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How Long Does LASIK Take?

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An extreme close-up of an eye with different-shaped circles around it, illustrating scanning the eye in preparation for LASIK.

Imagine a world where crisp, unaided sight awaits you each morning, where there is no need to fumble for glasses or struggle with contact lenses. This world could exist thanks to LASIK surgery, a relatively quick procedure with long-lasting vision benefits. 

If you’re considering LASIK, you probably have many questions, including how long the surgery takes. It’s a short procedure and often completed within 30 minutes for both eyes. However, with paperwork and surgery prep, expect to be at the surgical centre for at least 2 hours. 

What Is LASIK? 

Laser-assisted in situ keratomileusis (LASIK) isn’t just a mouthful of medical jargon; it’s a procedure that reshapes the cornea, the eye’s outermost lens, to correct vision. LASIK addresses several common refractive errors, like astigmatism, myopia, or hyperopia. 

How Does LASIK Work?

  • LASIK begins with a numbing agent to ensure your comfort. 
  • We then create a small flap in the corneal tissue to access the underlying corneal bed—the part that needs reshaping. 
  • We then use a computer-controlled laser to vaporize a portion of the corneal tissue according to your unique refractive error.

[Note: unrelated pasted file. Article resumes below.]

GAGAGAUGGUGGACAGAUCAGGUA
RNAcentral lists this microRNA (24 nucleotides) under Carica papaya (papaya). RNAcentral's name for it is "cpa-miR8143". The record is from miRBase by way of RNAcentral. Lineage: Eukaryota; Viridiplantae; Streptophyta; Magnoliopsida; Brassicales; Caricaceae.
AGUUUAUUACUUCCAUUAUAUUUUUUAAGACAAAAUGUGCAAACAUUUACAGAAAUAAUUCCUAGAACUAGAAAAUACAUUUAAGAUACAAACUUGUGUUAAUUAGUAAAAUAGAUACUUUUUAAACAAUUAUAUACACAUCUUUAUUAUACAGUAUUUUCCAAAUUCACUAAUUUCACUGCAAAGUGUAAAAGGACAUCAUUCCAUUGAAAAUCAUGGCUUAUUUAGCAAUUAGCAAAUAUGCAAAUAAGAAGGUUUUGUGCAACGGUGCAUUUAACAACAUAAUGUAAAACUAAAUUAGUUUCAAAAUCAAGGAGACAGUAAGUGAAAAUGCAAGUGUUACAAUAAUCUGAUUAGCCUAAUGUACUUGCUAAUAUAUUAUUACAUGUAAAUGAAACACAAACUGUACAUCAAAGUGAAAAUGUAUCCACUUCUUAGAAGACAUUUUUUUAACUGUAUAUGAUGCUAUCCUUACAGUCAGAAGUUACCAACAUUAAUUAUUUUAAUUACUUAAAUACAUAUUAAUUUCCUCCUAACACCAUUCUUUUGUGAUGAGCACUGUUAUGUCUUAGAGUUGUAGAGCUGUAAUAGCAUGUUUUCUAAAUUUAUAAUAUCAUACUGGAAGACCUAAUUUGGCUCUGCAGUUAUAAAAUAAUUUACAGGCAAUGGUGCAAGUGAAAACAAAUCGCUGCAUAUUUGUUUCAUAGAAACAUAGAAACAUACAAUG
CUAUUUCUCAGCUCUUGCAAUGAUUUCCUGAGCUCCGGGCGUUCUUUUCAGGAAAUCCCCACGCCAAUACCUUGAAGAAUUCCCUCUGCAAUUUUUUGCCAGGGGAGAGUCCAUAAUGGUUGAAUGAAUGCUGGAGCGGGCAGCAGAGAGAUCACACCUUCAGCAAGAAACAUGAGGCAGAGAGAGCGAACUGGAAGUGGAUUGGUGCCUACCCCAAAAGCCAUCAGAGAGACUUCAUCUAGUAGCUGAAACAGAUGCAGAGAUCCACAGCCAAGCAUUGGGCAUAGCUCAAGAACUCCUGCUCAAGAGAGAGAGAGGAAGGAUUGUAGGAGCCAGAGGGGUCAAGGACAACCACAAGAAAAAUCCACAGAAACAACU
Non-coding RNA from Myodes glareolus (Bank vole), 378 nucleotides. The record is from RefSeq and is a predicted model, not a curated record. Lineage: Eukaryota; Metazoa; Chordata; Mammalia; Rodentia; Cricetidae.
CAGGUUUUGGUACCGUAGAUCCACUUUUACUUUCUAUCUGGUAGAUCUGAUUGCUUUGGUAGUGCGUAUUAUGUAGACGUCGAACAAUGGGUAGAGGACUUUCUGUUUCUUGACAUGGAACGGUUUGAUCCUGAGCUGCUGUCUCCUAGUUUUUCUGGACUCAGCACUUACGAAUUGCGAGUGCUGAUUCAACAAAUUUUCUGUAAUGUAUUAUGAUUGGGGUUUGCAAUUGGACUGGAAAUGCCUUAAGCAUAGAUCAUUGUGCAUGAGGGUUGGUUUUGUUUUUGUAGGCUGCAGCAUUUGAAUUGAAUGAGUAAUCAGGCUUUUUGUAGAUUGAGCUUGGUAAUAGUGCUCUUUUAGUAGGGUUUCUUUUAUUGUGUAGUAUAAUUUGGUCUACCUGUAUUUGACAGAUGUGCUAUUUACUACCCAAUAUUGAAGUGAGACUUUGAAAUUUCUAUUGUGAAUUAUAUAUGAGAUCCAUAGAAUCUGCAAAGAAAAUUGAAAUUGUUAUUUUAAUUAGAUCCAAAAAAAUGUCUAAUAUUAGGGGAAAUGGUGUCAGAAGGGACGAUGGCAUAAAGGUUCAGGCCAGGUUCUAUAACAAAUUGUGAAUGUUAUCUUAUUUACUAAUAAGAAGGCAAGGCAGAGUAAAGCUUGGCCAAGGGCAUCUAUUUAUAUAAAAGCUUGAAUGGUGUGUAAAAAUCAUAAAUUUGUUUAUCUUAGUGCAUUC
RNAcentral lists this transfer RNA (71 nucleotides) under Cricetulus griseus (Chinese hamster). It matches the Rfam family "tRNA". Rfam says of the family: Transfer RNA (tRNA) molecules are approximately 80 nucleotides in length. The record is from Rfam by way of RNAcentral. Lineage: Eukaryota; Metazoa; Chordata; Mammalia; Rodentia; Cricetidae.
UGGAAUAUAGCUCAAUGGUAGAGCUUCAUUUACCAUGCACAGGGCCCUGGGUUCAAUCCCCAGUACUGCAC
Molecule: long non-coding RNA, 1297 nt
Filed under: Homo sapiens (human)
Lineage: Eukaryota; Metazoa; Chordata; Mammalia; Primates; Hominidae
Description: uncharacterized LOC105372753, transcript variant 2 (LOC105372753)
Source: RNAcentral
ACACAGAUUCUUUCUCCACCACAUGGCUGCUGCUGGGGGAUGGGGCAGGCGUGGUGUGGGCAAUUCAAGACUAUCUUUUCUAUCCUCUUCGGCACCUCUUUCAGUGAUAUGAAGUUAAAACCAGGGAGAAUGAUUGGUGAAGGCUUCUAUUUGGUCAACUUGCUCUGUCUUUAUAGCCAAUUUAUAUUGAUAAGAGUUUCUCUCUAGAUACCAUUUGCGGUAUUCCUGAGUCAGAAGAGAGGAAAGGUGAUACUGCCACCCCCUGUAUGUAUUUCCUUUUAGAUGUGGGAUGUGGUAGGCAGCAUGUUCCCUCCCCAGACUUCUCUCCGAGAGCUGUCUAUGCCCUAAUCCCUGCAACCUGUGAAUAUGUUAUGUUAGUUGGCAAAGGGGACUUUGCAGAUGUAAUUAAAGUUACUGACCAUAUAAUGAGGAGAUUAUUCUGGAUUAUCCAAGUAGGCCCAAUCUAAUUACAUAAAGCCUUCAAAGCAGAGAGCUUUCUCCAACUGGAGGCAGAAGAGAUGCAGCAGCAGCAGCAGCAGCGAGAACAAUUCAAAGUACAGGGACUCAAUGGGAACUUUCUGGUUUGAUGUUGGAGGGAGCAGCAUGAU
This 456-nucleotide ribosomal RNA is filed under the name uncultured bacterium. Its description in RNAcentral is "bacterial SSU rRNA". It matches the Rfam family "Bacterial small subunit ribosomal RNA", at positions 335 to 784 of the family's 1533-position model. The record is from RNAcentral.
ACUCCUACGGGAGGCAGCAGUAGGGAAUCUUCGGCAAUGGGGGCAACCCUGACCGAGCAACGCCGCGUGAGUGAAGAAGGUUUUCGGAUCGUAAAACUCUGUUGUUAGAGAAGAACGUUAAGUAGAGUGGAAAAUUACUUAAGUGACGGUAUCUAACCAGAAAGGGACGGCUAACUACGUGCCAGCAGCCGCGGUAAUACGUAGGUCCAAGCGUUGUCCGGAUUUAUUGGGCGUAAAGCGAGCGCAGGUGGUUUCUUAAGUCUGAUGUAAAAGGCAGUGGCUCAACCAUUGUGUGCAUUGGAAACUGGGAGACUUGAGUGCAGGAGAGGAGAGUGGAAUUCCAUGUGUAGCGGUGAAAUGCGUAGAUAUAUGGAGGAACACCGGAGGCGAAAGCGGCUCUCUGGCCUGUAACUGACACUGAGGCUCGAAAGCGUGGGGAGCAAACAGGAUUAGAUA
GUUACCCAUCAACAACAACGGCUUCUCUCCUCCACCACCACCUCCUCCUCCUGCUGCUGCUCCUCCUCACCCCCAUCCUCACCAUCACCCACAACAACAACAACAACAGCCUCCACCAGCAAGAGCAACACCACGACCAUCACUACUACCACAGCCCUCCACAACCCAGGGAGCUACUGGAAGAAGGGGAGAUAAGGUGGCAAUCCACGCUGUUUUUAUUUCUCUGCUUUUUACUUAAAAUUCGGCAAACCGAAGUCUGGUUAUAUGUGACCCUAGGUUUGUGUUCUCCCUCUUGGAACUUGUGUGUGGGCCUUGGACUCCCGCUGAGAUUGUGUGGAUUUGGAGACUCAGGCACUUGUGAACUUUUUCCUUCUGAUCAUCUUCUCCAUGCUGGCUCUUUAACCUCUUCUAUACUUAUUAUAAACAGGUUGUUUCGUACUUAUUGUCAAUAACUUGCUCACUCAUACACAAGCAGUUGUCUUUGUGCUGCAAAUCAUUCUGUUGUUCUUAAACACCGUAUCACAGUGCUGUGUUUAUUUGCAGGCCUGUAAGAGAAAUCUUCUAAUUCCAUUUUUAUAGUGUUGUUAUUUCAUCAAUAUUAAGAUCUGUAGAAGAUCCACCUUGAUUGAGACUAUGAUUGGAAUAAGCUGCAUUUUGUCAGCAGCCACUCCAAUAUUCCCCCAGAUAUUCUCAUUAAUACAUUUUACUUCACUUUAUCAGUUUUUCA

• We then reposition the corneal flap, which heals naturally without suturing.

How Long Does the Surgery Take?

The entire LASIK procedure—from entering the operating room to the completed surgery—typically takes about 30 minutes, but the actual laser time (i.e., when the corneal reshaping occurs) is 60 seconds or less per eye. However, be prepared to be at the surgical centre for 2–3 hours for pre- and post-surgical preparation and follow-up. 

What Am I Going to Feel During LASIK?

The precision of the laser, the technology, and your surgeon’s experience all work together to make sure you feel little to no discomfort during the procedure. 

The experience is designed for optimal comfort, and many patients note that the anticipation of the procedure was more daunting than the experience itself. The room will be well-lit, you’ll be reclined in a comfortable position, and the surgical team will be on hand to support you.

Discomfort during the procedure is rare, especially with anesthesia, and any sensation felt is usually mild pressure. Some people report feeling the sensation of someone pressing on their eyelid during the procedure. 

What Is the Recovery Time for LASIK? 

LASIK recovery time should be brief. Your eyes will start healing immediately after the surgery, and your vision should stabilize over 2–3 months. Most people can resume normal activities the day after surgery.

What Am I Going to Feel After LASIK?

It’s common to experience mild discomfort in the hours following LASIK, including a gritty sensation and burning or watery eyes. You’ll experience changing and blurry vision the first 48 hours, with symptoms subsiding. 

A patient undergoing LASIK surgery lying on a table wearing a blue gown. A doctor in white gloves prepares a surgical instrument.